BBC Homepage World Service Education
BBC Homepagelow graphics version | feedback | help
BBC News Online
 You are in: World
Front Page 
Middle East 
South Asia 
From Our Own Correspondent 
Letter From America 
UK Politics 
Talking Point 
In Depth 

BBC Scotland's Reevel Alderson reports
"A baggage container has been reconstructed by air accident investigators and brought into court"
 real 28k

Tuesday, 30 May, 2000, 12:38 GMT 13:38 UK
Container viewed by Lockerbie court
Reconstructed plane
The fuselage was ripped apart by the blast
An aluminium baggage container reconstructed after the Lockerbie bombing has been examined at the trial of two Libyans in the Netherlands.

The six-foot high container and its floor panel was dismantled and then rebuilt at the request of the defence.

It was originally reconstructed by Peter Claydon, from the UK's Air Accident Investigation Branch, who gave evidence at the trial of the two men accused of bombing the New York-bound Boeing 747 in December 1988.

Questioned by prosecuting counsel Alan Turnbull, QC, Mr Claydon said that in his opinion, the damage to luggage container 4041 was caused by a "high energy event" - "possibly an explosion".

There was no doubt in his mind, that the "event" occurred within the baggage container itself.

Baggage container
The baggage container was brought to court
Mr Claydon, 53, said he reached the conclusion after studying the differing degrees of damage to different sections of the hold including the floor and outboard panels - one of which clearly displayed the Pan Am logo.

"In a broad sense, it did appear the focus for this damage would have been in the aft outboard quarter of the container," he said.

"In simple and broad terms, we formed the view that surface had been protected by something from the blast.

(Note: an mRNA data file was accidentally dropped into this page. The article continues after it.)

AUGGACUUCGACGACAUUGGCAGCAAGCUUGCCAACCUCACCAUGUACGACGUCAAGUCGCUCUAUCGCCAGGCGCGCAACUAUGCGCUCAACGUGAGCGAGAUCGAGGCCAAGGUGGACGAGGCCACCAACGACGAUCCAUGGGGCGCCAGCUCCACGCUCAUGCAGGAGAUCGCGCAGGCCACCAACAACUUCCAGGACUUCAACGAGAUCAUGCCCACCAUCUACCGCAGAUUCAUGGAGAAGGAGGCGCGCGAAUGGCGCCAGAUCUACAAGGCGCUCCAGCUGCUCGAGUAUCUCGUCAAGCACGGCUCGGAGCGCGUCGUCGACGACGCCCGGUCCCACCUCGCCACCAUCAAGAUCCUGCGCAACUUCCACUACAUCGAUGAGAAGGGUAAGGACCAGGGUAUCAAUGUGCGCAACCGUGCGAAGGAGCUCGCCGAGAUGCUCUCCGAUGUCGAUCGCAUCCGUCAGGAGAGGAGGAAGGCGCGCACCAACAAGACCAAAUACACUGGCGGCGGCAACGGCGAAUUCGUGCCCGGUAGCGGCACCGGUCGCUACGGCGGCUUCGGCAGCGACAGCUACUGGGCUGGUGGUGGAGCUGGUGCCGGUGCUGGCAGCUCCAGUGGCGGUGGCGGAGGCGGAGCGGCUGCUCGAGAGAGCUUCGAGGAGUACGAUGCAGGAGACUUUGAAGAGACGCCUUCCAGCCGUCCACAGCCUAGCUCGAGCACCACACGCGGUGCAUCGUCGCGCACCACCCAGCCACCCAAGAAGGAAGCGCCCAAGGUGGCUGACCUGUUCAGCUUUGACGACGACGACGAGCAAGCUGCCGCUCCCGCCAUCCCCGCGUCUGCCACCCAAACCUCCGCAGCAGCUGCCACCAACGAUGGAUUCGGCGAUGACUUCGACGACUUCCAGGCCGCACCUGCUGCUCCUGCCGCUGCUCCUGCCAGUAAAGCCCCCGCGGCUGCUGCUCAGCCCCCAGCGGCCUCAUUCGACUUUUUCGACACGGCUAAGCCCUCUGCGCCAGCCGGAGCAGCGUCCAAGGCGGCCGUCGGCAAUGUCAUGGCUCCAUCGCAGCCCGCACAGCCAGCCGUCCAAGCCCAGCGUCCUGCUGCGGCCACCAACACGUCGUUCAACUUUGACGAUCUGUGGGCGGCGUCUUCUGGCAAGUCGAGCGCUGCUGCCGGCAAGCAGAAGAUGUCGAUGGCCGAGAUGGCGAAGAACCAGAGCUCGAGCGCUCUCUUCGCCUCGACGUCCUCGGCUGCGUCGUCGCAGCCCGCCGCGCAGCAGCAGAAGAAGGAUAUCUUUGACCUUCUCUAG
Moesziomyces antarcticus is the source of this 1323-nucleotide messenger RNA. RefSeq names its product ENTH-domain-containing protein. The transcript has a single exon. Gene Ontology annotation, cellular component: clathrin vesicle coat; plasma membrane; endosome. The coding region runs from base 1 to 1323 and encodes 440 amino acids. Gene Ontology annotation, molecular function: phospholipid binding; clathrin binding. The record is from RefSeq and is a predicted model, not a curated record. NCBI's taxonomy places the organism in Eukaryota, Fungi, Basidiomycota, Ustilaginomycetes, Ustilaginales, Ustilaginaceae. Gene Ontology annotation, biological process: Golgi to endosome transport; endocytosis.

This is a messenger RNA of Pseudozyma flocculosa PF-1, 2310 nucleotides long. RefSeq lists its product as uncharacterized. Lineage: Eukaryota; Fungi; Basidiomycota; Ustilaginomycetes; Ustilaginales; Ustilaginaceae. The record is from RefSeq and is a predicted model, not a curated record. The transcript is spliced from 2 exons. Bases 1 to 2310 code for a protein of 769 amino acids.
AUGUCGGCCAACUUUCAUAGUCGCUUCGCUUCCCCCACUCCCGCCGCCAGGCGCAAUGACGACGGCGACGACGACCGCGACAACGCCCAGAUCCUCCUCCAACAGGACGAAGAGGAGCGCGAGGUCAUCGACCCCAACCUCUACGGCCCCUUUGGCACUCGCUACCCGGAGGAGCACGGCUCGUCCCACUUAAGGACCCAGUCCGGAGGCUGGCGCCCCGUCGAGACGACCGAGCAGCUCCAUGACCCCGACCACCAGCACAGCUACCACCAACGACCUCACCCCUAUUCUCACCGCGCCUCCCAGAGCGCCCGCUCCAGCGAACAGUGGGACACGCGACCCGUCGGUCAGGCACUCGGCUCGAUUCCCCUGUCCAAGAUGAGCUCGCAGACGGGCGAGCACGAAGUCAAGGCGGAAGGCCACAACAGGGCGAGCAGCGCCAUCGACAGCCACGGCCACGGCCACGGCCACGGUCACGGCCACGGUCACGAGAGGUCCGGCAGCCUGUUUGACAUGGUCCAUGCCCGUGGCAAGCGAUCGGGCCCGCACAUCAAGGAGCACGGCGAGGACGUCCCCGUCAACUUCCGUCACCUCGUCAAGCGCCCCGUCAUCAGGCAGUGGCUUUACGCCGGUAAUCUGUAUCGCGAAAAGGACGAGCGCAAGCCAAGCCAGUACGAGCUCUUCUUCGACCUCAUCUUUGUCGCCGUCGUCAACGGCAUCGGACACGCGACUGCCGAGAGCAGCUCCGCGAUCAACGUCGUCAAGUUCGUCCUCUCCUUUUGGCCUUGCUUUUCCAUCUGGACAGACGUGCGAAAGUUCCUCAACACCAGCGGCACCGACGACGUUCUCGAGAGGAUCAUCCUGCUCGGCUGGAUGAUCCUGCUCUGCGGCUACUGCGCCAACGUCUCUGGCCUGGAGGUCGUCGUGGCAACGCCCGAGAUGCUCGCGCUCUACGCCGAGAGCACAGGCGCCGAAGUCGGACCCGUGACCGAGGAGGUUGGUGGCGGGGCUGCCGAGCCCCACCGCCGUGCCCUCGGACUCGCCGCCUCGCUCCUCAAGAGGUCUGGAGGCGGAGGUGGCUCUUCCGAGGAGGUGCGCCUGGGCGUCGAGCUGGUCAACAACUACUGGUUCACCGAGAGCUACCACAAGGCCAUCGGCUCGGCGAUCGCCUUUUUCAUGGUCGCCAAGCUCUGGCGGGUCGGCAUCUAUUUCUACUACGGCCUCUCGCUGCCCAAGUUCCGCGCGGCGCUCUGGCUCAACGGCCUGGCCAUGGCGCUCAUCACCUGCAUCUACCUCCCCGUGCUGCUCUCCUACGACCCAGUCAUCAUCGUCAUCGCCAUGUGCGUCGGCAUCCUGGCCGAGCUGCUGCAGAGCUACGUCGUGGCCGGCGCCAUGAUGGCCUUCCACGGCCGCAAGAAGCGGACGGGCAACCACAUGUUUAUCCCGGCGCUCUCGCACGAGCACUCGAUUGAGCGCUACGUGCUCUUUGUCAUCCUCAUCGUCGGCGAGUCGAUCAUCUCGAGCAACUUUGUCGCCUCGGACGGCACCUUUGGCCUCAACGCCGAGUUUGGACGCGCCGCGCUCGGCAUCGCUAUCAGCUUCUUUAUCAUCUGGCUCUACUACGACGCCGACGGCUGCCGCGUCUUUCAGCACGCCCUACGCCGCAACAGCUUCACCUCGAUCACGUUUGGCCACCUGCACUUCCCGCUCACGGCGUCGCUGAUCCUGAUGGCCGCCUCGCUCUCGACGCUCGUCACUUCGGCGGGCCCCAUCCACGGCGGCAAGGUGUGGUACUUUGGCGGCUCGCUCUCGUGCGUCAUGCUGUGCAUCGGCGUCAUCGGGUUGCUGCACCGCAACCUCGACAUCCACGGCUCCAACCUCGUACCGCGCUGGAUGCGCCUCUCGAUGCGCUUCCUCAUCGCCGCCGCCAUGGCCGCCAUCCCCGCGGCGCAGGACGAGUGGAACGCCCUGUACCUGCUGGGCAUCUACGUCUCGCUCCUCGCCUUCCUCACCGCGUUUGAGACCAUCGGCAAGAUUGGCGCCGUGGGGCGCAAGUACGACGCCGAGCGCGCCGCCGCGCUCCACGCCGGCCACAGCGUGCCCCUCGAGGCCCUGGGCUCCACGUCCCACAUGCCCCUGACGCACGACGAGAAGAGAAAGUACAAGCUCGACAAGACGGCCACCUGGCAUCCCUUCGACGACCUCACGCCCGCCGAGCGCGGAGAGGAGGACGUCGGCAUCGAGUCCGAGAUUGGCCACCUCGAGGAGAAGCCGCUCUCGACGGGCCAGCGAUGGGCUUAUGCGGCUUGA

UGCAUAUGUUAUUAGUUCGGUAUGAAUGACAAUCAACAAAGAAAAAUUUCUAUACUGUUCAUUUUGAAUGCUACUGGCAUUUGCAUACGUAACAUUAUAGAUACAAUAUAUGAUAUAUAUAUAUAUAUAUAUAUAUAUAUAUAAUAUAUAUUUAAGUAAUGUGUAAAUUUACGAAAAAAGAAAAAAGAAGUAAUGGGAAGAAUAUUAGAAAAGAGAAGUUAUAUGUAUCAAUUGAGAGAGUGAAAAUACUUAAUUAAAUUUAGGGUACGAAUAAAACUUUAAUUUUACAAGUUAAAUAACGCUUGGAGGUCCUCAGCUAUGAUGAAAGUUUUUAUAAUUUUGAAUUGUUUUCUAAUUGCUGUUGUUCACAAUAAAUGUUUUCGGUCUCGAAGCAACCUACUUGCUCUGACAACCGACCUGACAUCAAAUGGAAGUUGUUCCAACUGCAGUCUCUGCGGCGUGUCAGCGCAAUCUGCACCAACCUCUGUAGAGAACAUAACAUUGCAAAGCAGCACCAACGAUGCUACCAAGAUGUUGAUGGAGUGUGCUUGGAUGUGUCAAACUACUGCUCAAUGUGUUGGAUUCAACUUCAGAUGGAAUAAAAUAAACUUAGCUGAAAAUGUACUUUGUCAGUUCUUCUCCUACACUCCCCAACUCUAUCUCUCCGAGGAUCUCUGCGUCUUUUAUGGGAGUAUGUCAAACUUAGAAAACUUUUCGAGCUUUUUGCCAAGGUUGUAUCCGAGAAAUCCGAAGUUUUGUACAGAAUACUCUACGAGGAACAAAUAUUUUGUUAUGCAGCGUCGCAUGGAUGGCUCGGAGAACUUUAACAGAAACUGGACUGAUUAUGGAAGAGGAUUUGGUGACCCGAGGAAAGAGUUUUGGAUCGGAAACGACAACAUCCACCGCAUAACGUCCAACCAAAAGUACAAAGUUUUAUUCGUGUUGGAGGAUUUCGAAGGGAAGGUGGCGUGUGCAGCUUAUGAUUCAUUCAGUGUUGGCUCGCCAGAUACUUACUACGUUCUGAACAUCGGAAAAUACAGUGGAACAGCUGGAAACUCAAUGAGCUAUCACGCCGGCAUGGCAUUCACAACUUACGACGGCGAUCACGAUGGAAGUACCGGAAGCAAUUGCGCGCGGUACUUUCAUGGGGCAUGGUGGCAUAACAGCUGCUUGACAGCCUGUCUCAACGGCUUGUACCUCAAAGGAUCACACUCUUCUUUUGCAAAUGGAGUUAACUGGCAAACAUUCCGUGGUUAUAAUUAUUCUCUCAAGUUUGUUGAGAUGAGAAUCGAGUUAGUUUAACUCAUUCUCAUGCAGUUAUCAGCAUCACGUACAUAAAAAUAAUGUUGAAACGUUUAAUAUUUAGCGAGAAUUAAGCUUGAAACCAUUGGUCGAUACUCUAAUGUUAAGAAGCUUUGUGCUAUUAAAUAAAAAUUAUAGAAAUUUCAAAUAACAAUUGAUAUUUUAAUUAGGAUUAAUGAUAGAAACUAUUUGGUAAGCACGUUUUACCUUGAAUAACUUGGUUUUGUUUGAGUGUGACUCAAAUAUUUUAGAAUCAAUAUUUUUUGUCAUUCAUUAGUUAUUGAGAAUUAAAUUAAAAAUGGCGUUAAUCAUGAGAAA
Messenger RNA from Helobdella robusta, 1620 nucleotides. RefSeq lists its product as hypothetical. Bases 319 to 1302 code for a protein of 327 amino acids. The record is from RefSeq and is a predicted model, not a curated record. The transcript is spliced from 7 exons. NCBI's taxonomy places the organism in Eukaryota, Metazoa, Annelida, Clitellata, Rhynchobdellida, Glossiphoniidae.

"The first thing was that the surface had been protected by a piece of baggage - something that did not allow the direct effects of an explosion to impinge upon that surface."

The trial
Abdelbaset Ali Mohmed Al Megrahi, 48, and Al Amin Khalifa Fhimah, 44, plead not guilty
They are charged with murdering 270 people
They face alternative charges of conspiracy to murder and a breach of the 1982 Aviation Security Act
They have lodged special defences of incrimination blaming, among others, members of the Popular Front for the Liberation of Palestine - General Command
About 1,000 witnesses are expected to give evidence
The trial could last for a year
The air accident investigator said he "reasoned" that if a device had exploded within a suitcase it was unlikely to have been placed directly on the floor.

It was more likely to have been on top of and overhanging another suitcase, he explained.

The prosecution says the two accused put the clothes in a suitcase which was loaded onto a feeder flight from Malta to Frankfurt and then onto the fated flight to New York.

If that is the true, the suitcase had to be at the bottom of the baggage container.

The defence wants to prove that the position of the case would have meant it could not have come from Malta - meaning the accused could not have been responsible.

It is believed this complicated matter of physics could prove crucial to the overall case.

The crash killed all 259 people aboard and 11 people on the ground on 21 December, 1988.

Search BBC News Online

Advanced search options
Launch console
See also:

25 May 00 | World
Lockerbie bomb report 'error'
24 May 00 | World
Paper defends Lockerbie story
Internet links:

The BBC is not responsible for the content of external internet sites

Links to more World stories are at the foot of the page.

E-mail this story to a friend

Links to more World stories